Join Us at the 2017 NCFR Annual Conference
I hope you are all busy making your plans to attend “NCFR 2017” in Orlando this November—it will be a conference to remember! The theme for this year’s conference is “Families as Catalysts: Shaping Neurons, Neighborhoods, and Nations.” It has struck me over the past few years that far too often the dialogue and rhetoric we hear about families in our society focuses upon the economic and social “costs” of families. For example, the costs of basic family needs such as child care, health care, schooling, parental leave, and elder care are at the core of much social and political debate. We spend much less time considering all the ways families maintain and sustain our society.
At the 2017 NCFR conference, the goal is to challenge scholars, practitioners, and policy makers to reframe the narrative on families and ask: How do families, all types of families, contribute to the cultural wealth of neighborhoods, communities, schools, workplaces, states, and nations? Simply put—what are families worth? Families play key roles in the healthy development of children, both directly, through care and nurturance, and indirectly, by shaping the social contexts that affect families and children. How do family relations and functions advance the lives of individuals as well as build stronger schools, communities, workplaces, and nations? How do families function as catalysts, at multiple levels, for a vibrant, healthy, and well-functioning society?
How do families, all types of families, contribute to the cultural wealth of neighborhoods, communities, schools, workplaces, states, and nations?
To that end, we have some exciting plenary speakers who have been asked to address how families shape everything from disability policy to neighborhoods, to the vibrancy of our economy, and to laws and policies around immigration.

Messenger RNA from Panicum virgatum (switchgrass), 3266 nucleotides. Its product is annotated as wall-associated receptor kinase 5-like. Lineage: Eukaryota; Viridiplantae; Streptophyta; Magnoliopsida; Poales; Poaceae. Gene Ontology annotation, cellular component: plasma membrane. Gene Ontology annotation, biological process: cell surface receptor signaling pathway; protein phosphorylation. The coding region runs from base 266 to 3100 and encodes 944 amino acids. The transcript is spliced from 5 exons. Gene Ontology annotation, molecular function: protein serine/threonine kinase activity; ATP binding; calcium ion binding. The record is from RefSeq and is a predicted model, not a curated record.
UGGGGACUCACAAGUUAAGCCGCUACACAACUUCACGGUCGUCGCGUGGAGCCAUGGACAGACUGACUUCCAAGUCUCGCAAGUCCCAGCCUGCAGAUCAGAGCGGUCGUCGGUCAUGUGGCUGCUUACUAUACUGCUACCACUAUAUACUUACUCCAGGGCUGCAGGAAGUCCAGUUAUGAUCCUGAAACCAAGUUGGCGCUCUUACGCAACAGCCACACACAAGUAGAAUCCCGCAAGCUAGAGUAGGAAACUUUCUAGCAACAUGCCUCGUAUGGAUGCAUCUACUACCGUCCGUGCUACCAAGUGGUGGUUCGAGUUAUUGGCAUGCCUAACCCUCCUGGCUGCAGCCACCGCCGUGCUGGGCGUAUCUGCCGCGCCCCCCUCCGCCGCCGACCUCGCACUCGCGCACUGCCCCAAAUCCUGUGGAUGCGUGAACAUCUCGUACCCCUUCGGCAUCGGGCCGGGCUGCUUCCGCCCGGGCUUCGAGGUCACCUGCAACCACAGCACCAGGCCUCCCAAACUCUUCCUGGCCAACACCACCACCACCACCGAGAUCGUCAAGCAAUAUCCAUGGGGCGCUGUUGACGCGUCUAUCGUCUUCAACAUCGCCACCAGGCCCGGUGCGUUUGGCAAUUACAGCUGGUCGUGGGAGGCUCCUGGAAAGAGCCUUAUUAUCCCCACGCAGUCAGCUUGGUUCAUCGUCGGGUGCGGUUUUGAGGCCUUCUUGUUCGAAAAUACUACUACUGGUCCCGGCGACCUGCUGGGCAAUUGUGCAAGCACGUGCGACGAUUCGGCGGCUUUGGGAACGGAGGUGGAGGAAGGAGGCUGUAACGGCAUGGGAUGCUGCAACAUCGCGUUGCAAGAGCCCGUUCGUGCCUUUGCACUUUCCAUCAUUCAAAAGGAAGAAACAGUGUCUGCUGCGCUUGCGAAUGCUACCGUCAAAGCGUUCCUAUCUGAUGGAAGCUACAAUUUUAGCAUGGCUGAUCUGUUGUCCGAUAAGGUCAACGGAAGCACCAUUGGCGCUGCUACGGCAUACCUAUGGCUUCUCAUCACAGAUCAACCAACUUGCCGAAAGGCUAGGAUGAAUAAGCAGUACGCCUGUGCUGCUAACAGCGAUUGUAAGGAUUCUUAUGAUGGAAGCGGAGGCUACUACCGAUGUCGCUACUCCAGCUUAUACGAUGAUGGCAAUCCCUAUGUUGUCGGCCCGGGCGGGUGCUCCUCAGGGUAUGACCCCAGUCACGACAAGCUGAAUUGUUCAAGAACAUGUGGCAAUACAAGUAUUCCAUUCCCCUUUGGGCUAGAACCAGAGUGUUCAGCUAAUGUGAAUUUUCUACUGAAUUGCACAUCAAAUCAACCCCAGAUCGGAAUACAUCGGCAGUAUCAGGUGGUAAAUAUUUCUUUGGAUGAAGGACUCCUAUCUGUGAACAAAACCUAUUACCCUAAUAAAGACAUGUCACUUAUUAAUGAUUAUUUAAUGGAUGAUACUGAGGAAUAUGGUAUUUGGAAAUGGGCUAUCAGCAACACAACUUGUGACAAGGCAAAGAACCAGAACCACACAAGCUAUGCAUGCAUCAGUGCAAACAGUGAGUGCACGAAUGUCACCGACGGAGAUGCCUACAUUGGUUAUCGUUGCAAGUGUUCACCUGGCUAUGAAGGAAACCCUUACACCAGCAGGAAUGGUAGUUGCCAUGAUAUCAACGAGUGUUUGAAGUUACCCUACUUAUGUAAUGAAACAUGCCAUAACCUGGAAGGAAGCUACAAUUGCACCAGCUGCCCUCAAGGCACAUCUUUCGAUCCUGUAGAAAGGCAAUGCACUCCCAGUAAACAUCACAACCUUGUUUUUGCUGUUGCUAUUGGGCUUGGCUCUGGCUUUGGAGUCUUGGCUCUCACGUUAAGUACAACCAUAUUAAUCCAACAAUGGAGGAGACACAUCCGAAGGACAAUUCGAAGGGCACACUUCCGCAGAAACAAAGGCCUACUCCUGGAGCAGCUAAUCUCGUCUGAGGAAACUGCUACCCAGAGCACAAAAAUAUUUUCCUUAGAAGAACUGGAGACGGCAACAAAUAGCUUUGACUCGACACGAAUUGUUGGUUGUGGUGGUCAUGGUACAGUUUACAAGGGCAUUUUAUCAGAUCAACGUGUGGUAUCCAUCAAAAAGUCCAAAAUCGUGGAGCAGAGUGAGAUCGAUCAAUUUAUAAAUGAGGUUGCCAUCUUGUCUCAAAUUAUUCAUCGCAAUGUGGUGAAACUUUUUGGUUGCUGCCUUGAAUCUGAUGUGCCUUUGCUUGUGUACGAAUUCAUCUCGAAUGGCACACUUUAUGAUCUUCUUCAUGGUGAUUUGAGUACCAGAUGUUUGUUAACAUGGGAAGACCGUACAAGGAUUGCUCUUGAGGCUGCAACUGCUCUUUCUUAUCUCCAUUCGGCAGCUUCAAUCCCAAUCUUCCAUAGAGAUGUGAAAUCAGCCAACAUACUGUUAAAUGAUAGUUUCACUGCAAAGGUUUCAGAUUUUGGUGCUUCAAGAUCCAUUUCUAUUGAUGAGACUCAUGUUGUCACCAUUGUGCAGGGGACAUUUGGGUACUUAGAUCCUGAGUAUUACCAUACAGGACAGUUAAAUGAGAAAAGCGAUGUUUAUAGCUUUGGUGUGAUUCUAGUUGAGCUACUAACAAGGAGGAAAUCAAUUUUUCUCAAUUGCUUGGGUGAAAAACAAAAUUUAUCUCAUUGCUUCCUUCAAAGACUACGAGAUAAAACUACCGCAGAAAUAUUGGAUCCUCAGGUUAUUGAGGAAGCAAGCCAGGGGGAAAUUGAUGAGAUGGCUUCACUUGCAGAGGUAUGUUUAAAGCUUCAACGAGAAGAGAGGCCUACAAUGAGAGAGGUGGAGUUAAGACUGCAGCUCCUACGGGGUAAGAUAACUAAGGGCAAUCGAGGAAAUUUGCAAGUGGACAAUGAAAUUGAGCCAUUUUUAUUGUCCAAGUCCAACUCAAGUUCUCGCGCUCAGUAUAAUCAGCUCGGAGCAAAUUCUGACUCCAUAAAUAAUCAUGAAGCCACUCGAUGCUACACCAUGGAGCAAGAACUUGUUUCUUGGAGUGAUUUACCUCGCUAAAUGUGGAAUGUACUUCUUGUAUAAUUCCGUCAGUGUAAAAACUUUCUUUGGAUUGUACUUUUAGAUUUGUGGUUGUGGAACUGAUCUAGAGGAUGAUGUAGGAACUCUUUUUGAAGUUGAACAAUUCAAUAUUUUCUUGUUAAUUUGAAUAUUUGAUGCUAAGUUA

Michael Bérubé is Director of the Institute for the Arts and Humanities and Edwin Erle Sparks Professor of Literature at Pennsylvania State University. In his talk “The Journey from Normal,” he will describe his own experiences as the father of a child with Down syndrome. He will address the critical role families play in pushing for, shaping, and creating disability policy.
Lee Badgett is a professor of economics and director of the School of Public Policy at the University of Massachusetts, Amherst, and a Distinguished Scholar at the Williams Institute on Sexual Orientation Law. Her plenary address will highlight how contributions of families are built into the fabric of our economy, even when they’re not always visible. The title of her talk is “Controversial Contributions: Calculating the Economic Benefits of Families.”
Linda Burton, Dean of Social Sciences and James B. Duke Professor of Sociology at Duke University, and longtime NCFR member, will recount in her plenary talk the case study of 7-year-old Andre, a biracial respondent, whose family network she has followed in a 30-year ethnographic study of the family life course, race, and poverty. Her provocative talk is entitled “When Ethnography Comes Home to Roost; Andre, the Life Course, and My Family’s Intervention.”
Andre Segura, staff attorney at the Immigrant’s Rights Project at the American Civil Liberties Union (ACLU), and Manijeh Danesphour, a professor and family therapist who specializes in working with immigrant and refugee families, will take on a topic of tremendous debate and trepidation in the United States: immigration. The aim of this plenary session is to provide an overview of current macro-level policy and laws in the United States that directly affect the lives of immigrant and refugee families and to gain a better understanding of how these policies have both intended and unintended effects on families and children.
In addition, we have outstanding symposia planned that highlight the outstanding research and outreach being conducted by NCFR scholars. I want to thank all of the NCFR section chairs who went above and beyond the call of duty to pull together an exciting, provocative, and exceptional program—your efforts are reflected in the conference’s quality and breadth.
I also want to extend a special invitation to students to come hear the best interdisciplinary research on families in the world, and to participate in our special workshops and sessions for new professionals.
Finally, thanks to the NCFR staff and leadership team for dedicating countless hours to this conference, to make NCFR the premier family research organization it is.
I look forward to sharing an inspirational and exciting conference with all of you this November.